Banksplaining: The Dive Draws About How Money Works (and doesn’t) Part 1: Reserve Ratios

This is the first in a series of the posts about the banking system as examined through the collapse of Silicon Valley Bank, and its unfolding effect on the broader economy.

Silicon Valley the place, and Silicon Valley the socio-economic bubble are funny enough that someone made a pretty good comedy about it called Silicon Valley the TV show.

HBO Max, so you know it was good.

When the financial organ that linked the tech bubble’s economy to the broader economy suffered a sudden and dramatic failure, it seemed funny, because it looked like a bunch of insufferable, app-making billionaires with inflated opinions of their own contributions were going to lose a lot of money that they definitely didn’t earn.

Measures being taken by the Federal Reserve and Federal Deposit Insurance Company meant to preserve depositors’ money to avoid this causing a collapse of the entire banking system made it less funny at first, but even funnier when you think about it.

READ: What Happened at Silicon Valley Bank?

After all; it was the Federal Reserve’s idea to charter a “Silicon Valley Bank” in the first place.

Regulators hastily nailing up a piece of plywood to patch up a hole in a metaphorical economic building that is trying its best not to fall down, while insisting that everything is fine, means it’s high time we examined this structure for flaws.

Part 1: Reserve Ratios

In banking, the reserve ratio is the percentage of a bank’s deposits kept on hand in cash and liquid securities to satisfy on-demand withdrawals. Bank reserves consist of safe, liquid securities like high-grade government bonds.

In the United States, the Federal Reserve has the sole discretion to set reserve requirements for banks. On March 26, 2020 the Federal Reserve’s board of governors set the reserve requirement at 0%.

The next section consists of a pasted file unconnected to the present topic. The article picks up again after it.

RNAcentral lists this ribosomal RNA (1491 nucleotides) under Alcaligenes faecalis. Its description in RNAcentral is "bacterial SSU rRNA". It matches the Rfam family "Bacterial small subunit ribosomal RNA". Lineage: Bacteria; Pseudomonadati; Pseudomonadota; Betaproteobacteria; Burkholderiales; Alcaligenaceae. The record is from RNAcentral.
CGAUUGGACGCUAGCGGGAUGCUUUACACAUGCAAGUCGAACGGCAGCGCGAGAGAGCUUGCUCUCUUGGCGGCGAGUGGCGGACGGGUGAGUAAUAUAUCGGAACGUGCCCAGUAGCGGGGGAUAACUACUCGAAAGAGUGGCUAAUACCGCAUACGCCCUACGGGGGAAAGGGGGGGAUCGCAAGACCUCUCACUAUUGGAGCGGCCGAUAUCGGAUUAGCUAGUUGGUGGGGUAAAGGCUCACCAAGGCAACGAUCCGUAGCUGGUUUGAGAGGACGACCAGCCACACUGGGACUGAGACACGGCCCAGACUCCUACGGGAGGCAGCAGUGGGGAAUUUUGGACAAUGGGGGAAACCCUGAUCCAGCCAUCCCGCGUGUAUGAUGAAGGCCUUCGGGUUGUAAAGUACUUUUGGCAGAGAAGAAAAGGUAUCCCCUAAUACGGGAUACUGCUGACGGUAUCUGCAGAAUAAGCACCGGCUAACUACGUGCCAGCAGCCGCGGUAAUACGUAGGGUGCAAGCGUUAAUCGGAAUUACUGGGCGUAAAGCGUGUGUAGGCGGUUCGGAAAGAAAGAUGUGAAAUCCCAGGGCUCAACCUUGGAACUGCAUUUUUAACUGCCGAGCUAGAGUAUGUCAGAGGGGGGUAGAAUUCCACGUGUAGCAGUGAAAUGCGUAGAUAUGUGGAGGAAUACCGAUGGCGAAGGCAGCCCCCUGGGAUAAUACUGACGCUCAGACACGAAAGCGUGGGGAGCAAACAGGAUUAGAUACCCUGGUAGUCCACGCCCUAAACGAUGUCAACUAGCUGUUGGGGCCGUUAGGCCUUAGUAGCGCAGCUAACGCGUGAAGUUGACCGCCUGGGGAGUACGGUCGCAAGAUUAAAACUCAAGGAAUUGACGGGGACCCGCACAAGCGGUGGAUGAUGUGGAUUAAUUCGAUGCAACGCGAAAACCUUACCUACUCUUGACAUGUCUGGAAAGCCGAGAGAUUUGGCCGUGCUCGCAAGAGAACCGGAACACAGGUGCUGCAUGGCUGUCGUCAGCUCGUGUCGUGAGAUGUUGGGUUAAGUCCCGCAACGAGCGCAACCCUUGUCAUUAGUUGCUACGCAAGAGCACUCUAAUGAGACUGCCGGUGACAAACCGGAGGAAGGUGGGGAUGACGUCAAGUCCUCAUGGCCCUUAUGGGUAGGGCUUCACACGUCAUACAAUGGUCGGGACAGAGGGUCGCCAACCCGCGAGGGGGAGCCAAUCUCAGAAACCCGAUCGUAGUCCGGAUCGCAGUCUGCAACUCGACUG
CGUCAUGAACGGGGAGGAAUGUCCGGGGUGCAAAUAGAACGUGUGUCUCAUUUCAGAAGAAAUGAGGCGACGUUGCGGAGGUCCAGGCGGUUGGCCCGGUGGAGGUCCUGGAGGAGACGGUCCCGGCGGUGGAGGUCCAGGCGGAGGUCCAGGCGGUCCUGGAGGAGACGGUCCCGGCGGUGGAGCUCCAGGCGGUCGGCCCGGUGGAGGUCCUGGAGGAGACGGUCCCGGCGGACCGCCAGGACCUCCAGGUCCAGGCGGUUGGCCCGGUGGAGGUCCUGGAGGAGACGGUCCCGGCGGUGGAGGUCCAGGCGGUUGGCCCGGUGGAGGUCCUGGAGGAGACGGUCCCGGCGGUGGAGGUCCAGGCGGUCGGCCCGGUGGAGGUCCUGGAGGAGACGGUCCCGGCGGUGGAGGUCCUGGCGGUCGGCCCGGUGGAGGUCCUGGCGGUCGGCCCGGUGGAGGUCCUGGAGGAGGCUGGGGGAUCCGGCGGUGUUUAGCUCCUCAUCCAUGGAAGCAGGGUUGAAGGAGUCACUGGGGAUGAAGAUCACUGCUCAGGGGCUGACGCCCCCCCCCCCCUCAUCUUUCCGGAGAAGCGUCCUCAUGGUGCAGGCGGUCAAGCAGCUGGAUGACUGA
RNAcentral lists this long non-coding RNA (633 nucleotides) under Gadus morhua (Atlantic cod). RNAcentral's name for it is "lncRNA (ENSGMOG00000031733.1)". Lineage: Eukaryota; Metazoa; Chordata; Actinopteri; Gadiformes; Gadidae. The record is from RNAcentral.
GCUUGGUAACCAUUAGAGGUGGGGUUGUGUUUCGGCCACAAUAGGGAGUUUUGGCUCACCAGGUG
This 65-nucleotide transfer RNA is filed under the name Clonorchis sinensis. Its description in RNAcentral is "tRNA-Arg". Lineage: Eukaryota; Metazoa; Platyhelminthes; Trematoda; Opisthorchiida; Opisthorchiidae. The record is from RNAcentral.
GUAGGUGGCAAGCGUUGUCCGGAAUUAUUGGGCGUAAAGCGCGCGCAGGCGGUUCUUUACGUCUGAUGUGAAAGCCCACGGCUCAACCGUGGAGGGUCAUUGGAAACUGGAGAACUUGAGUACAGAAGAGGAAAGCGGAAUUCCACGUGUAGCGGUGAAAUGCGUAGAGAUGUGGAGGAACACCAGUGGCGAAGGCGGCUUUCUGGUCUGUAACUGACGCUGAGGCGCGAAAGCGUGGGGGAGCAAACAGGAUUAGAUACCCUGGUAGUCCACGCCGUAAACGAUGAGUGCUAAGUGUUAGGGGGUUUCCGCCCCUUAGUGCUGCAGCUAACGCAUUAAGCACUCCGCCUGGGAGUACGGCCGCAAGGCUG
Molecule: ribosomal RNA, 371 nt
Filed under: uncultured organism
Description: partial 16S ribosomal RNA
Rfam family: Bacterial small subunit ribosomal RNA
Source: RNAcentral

The unusual measure was meant to increase the total liquid cash available, and lubricate an economy that was seized up by pandemic lockdown. The Fed still calculates and publishes what the reserve minimums would be, but the ratio of reserves to deposits that a US bank is required to keep remains 0%.

There is no law requiring that a person own pants, either, but that doesn’t make not having any a good idea. All banks have reserves, all of those reserves are affected by the capital markets, and how the reserves are managed in the context of the capital markets has everything to do with how sustainable the bank is as an enterprise.

This chart is a decent look at how SVB’s managed its reserve ratio, generally. The main difference between the categories is time: Locked-In deposits are term deposits that forfeit their interest if withdrawn before the term ends. In a bank run, depositors aren’t interested in the interest, but let’s evaluate this balance sheet through a pre-panic lens, and assume the $92.3 billion in term deposits are staying put.

At the end of 2022, the $13.08 billion in cash that Silicon Valley Bank had in its vault covered 16.2% of its demandable deposits. If it were to run into more than that in net withdrawals, it would have to dip into its reserves, and sell some of those available-for-sale securities.

Liquidating the $26 billion in available-for-sale securities would make SVB liquid for about half of its demand deposits. That would be a good start. Let’s take a look at the 10-K to get an idea of what they were working with.

SVB has a nice, respectable portfolio of good, safe fixed income securities here (“fixed income securities” is what people call bonds when they want to sound smart). Most of it is US Government Treasury paper that matures in 1 to 5 years.

As a portfolio, it is $26 billion dollars worth of bonds that produce 1.56% in annual interest.

Before this gets too exciting, we’re going to have to have a talk about bond yields.

Bond Yields

This is the principal and interest on a 52 week US Treasury Bill that pays 1.56%. The principal is taking up all the real estate on the chart, so let’s break the top out.

Much better.